Traditional population genetics theory assumed that at some level in the hierarchy of genetic diversity there existed 'demes' in which males and females mate at random. Polygynous mating systems or individual variance in reproductive success were considered complications which altered estimates of effective population size and the calculation of F-statistics. Recent breeding group models bridge the gap between behavioural ecology and population genetics, and illustrate how genetic approaches can aid the study of mating systems, and vice versa.
At the practical level, molecular genetic tools such as DNA fingerprinting and microsatellites have revolutionized our understanding of the fitness consequences of different mating behaviours. We describe how the molecular methods we have used in studies of avian mating systems illustrate two important practical challenges. The first example uses the tree swallow to describe the difficulties of working with a large, open population of potential fathers. The second example summarizes work on two Australian miner species, which breed cooperatively. The practical challenges came in dealing with genetic relatedness of helpers at nests, both to explain helping, and to assign parentage in the few cases it was necessary. The fact that helpers were kin, coupled with some inbreeding, revealed the limits of even the most modern molecular approaches to mating systems. Traditional behavioural observations of known individuals will often still be needed to understand the complex pedigrees in such systems.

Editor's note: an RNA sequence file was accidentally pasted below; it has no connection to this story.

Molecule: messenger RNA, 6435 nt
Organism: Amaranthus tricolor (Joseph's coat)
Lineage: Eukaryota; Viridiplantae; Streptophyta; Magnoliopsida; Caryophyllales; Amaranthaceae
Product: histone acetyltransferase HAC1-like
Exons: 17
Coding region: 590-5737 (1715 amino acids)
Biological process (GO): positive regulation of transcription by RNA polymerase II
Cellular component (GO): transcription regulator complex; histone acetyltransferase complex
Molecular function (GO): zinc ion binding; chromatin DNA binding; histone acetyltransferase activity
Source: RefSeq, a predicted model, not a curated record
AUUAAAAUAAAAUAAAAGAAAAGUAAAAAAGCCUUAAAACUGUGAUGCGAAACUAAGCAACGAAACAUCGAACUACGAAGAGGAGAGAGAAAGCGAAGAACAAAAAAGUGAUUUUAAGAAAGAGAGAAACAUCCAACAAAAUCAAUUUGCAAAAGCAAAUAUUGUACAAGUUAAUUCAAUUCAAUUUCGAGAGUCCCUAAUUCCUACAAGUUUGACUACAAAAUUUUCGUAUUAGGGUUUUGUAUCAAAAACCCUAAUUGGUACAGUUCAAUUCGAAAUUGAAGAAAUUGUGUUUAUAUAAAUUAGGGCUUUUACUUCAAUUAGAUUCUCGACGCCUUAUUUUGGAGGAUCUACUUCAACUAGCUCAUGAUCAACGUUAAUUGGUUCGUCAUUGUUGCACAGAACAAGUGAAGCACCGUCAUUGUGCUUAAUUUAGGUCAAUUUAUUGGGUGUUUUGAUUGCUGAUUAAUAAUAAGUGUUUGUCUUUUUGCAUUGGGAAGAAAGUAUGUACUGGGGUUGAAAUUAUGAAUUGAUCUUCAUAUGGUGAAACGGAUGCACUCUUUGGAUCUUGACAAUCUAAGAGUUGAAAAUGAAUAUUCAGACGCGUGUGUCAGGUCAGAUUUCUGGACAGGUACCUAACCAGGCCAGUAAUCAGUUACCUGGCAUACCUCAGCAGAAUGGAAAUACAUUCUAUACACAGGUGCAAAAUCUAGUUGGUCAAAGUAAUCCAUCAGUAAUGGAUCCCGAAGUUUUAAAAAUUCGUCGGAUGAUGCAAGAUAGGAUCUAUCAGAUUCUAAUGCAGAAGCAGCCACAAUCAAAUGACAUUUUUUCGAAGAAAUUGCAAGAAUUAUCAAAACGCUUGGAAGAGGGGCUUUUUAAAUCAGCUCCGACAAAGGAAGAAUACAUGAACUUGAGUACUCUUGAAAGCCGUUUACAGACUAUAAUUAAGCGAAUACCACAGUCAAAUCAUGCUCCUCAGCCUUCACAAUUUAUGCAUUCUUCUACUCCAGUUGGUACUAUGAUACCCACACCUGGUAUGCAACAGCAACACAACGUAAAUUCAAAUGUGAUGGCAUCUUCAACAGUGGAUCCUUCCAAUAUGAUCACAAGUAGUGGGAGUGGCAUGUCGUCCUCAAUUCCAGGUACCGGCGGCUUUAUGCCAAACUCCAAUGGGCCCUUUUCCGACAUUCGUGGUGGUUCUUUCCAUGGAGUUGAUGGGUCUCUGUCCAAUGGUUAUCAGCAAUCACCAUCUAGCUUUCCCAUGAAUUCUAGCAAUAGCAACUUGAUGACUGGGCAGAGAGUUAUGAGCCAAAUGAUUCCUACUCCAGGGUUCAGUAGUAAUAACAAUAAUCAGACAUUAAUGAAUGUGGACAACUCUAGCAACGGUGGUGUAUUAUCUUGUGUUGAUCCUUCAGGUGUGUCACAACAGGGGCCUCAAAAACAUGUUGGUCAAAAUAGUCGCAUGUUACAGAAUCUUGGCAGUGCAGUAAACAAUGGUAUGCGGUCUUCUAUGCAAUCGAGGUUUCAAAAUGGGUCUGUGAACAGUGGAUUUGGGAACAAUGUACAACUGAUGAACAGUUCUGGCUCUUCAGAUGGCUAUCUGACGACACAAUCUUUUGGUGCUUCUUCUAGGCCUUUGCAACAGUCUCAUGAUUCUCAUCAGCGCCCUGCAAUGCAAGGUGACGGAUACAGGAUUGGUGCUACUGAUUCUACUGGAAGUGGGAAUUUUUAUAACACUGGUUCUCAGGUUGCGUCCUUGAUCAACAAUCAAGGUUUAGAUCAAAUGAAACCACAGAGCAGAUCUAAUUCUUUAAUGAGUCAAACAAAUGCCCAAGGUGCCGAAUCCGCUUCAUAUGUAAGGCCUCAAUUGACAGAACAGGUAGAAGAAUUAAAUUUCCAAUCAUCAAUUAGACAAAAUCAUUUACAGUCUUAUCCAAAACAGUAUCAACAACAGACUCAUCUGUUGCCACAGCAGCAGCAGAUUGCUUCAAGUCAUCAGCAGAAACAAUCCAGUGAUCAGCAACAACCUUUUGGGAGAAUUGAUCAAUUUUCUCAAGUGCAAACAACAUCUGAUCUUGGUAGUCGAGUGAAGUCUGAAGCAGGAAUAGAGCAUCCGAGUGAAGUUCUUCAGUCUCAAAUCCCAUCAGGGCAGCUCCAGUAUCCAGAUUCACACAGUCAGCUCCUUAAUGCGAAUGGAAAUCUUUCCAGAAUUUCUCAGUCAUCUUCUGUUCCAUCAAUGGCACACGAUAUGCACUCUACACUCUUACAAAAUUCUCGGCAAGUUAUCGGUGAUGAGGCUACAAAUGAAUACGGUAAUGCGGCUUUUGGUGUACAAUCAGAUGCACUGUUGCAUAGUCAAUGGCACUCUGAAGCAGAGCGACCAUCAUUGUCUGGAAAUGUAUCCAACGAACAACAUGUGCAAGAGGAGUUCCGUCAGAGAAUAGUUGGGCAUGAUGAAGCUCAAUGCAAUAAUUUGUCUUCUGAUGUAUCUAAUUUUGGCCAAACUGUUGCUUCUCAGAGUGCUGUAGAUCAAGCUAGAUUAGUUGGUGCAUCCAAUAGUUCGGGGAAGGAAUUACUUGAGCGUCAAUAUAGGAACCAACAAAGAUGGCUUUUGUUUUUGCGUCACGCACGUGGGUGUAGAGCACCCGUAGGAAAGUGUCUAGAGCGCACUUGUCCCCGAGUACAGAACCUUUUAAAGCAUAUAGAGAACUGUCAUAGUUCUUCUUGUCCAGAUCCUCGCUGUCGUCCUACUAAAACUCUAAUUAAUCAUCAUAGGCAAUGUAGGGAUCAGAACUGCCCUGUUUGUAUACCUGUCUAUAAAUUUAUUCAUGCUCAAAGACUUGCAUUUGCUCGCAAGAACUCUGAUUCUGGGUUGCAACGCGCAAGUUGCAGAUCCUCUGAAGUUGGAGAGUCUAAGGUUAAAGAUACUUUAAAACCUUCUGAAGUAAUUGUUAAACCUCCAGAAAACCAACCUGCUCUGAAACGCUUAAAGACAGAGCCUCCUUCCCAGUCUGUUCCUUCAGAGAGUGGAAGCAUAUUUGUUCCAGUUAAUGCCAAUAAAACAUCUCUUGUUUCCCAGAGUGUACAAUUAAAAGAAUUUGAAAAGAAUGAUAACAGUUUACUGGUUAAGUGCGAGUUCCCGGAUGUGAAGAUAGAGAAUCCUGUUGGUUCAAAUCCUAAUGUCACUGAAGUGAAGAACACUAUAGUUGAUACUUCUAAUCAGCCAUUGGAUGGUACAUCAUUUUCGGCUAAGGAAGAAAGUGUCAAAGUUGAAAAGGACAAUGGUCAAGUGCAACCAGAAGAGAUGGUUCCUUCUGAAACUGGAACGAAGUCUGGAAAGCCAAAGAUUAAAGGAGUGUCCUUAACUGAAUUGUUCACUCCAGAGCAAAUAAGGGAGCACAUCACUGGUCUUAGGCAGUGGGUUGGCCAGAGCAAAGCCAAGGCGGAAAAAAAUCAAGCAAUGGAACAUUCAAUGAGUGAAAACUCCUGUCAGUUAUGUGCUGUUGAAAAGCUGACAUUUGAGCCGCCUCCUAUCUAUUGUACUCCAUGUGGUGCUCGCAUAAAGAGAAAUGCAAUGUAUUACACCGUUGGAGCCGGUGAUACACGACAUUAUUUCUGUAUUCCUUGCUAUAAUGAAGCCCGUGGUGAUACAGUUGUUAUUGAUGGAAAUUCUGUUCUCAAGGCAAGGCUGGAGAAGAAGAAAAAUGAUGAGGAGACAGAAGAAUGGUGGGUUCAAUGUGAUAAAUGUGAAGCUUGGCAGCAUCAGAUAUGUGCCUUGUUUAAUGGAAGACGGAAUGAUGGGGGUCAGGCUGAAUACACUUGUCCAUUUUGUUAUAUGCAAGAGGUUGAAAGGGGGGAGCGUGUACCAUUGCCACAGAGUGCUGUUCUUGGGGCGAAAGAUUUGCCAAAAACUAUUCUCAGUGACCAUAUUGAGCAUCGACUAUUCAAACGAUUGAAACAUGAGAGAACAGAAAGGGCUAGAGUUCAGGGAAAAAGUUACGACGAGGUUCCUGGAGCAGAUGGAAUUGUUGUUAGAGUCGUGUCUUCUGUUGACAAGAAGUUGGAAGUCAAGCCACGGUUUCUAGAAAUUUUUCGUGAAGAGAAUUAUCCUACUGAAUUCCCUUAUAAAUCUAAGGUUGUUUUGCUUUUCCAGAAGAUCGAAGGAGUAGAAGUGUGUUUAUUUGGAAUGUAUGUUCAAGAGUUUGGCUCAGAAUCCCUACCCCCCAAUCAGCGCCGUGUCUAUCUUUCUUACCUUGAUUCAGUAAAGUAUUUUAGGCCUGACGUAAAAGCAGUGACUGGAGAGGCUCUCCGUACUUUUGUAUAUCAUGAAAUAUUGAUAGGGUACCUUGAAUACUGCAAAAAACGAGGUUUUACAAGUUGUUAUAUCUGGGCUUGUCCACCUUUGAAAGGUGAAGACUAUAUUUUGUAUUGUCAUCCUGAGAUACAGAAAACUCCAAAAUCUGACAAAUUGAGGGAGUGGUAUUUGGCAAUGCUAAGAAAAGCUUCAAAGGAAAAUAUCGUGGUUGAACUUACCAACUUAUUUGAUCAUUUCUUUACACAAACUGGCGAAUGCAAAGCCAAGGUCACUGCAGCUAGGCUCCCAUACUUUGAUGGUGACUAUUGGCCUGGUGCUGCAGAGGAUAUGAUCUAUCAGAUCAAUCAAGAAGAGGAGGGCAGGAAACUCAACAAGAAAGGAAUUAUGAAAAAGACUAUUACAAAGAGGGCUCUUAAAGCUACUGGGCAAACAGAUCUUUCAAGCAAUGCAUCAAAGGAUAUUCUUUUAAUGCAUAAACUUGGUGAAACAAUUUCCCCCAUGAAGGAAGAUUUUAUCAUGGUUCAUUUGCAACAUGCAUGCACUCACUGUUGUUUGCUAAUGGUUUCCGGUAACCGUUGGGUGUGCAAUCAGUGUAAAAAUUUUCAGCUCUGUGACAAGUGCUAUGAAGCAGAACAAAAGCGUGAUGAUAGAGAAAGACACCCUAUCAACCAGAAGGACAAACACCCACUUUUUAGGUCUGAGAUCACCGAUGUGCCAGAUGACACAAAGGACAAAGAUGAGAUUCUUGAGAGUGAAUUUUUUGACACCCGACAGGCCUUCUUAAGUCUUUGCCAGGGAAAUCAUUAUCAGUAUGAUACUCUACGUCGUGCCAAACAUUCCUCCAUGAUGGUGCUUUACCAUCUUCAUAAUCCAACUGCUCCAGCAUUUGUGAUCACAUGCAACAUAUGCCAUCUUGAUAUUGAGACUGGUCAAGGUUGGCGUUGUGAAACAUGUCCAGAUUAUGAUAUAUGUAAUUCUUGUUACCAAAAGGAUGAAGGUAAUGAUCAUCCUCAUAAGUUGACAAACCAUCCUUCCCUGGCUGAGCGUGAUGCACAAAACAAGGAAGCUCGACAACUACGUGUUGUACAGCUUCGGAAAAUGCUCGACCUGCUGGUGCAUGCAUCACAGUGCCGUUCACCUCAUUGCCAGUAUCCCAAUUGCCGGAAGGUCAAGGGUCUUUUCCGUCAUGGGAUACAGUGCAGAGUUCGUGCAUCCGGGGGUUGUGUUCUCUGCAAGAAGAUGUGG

On the theoretical side, it is increasingly apparent that evolutionary explanations for the diversity of mating systems will have to be supported by rigorous genetic models. Most passerines were assumed to be monogamous, yet we now know there is little correspondence between their behavioural and genetic mating systems. It appears that EPP is often under female control, and much effort is being devoted to understanding how females distinguish between behavioural and genetic mates. Genetic explanations for EPP include the genetic diversity, genetic compatibility and good genes models. Our work with chickadees allows us to predict which males are likely to be chosen by females for EPP, but only a small number of other studies have found any correlates of male EPP success. Often genetic explanations of EPP are not well articulated, and there remains a real need to determine if behavioural ecologists are proposing genetical theories which are likely to apply in real populations in a reasonable amount of evolutionary time.